Barrels were prepared across the street, then moved across the road with a special conveyor, seen crashed here. This is down the road from Old Taylor, and was probably a part of the Old Crow operation.
Part of a vintage neon sign. I hope it’s been preserved–it reminds me of the sign that hung over my grandfather’s tv sales and repair shop in small town Minnesota.
A cracked sign at dock-level, where loading boats would be tied below the taconite conveyors. All across the surface of the concrete dock were taconite pellets, like slippery little marbles. One wrong step could put a worker in the water, which is a bad, bad place to be.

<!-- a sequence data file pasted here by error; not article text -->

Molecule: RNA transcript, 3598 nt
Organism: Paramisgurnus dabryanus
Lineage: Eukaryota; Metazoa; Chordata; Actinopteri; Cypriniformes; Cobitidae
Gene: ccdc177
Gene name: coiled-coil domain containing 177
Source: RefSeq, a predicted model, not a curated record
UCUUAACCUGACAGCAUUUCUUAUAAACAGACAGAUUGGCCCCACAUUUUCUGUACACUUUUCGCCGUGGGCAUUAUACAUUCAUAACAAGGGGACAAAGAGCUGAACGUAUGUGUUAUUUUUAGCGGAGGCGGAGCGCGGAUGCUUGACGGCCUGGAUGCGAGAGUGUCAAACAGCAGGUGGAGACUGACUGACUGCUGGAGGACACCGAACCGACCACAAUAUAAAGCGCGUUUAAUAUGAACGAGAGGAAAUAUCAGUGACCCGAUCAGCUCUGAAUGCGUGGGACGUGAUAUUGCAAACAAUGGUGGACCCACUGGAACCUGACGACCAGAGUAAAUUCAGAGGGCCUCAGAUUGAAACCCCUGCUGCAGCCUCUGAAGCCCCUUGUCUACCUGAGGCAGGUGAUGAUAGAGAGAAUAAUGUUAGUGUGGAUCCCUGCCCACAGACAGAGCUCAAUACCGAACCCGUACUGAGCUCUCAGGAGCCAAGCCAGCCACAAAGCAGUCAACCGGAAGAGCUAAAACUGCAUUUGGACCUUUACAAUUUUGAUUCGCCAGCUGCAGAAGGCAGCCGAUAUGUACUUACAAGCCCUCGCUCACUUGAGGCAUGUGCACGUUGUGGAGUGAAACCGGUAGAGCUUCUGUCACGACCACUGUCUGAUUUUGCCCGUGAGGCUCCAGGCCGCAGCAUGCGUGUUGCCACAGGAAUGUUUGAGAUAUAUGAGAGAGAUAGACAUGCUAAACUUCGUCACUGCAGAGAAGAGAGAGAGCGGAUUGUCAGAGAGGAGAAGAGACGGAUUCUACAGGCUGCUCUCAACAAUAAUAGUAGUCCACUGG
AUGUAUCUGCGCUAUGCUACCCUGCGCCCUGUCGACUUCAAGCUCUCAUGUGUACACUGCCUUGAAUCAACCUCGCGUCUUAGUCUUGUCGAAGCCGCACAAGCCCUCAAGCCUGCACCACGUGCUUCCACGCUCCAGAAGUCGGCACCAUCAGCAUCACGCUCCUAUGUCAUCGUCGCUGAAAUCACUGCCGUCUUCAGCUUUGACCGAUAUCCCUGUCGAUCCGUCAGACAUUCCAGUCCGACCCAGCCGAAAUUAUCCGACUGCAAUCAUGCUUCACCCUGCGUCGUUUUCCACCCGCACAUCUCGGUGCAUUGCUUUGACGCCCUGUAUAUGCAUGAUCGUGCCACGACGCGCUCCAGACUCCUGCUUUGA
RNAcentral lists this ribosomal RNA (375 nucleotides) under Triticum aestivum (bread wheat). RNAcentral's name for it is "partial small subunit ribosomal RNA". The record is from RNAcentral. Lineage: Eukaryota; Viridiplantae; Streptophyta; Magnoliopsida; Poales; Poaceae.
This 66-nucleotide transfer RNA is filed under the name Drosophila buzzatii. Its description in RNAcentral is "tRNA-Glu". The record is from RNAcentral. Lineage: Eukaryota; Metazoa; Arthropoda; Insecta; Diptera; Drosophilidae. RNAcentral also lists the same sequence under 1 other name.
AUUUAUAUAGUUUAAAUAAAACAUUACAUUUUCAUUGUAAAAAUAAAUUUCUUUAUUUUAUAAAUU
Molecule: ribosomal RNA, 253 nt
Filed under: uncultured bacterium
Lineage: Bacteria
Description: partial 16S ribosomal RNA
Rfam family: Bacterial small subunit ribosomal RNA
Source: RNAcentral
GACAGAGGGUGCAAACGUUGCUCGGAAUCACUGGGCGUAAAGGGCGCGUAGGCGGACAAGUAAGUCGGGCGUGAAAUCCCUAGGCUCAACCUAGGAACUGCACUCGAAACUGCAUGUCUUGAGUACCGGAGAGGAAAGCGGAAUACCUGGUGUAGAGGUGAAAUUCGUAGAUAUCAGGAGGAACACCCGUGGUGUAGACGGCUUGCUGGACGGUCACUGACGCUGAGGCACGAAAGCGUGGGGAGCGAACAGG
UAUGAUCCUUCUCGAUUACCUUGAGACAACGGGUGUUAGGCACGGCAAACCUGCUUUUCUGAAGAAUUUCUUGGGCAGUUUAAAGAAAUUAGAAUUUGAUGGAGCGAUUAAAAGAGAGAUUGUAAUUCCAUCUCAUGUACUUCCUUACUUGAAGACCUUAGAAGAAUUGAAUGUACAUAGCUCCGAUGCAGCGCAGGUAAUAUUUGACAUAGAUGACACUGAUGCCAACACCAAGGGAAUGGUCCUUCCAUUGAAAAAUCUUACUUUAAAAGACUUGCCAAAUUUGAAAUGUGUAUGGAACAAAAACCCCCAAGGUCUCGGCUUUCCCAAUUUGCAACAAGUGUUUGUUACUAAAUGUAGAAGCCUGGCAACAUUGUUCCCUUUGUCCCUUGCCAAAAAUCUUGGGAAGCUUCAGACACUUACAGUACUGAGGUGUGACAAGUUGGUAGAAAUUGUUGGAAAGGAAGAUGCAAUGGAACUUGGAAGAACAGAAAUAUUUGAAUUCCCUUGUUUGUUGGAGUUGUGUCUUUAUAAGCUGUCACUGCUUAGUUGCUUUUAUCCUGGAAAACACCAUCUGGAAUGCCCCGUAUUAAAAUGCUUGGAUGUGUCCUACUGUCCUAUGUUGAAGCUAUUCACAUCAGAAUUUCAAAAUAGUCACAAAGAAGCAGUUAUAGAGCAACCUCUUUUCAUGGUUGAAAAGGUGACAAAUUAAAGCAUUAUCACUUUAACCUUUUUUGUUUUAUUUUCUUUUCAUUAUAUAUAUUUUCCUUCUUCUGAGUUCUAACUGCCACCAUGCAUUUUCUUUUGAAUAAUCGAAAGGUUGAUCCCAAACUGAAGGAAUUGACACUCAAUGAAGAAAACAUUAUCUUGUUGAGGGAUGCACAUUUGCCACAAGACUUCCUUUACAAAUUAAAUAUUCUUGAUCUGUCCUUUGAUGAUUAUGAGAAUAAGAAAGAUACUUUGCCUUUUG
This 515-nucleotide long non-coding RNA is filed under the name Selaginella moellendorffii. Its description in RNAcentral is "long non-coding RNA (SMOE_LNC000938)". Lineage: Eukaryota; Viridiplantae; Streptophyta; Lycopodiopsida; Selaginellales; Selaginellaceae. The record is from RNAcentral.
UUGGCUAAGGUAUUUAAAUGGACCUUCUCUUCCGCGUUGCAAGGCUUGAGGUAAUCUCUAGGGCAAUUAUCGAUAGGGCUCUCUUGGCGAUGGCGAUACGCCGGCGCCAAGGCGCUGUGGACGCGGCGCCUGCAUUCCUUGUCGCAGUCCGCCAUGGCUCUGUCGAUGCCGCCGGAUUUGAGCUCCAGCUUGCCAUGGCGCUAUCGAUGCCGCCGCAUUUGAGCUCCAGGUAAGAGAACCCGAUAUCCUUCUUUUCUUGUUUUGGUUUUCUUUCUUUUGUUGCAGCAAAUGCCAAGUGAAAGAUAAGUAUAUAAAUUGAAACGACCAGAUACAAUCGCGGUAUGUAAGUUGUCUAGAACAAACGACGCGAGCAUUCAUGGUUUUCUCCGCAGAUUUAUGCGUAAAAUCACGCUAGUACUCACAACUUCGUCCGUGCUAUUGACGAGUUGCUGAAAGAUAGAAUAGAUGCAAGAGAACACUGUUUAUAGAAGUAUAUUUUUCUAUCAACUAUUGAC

This corner of the building was the coal room, used to feed the two big boilers inside. The steam equipment has been replaced with electric, so this section may not have changed much in the past decades.
I couldn’t help but include this ghost sign for a demolished motel…
Hand painted fire extinguisher notices and a long room which I strongly suspect was a pattern cutting room.
A sign hanging near the shop office.
In the corner of most of the factory floors, freight elevators flanked restrooms to leave more central space for machines and their masters.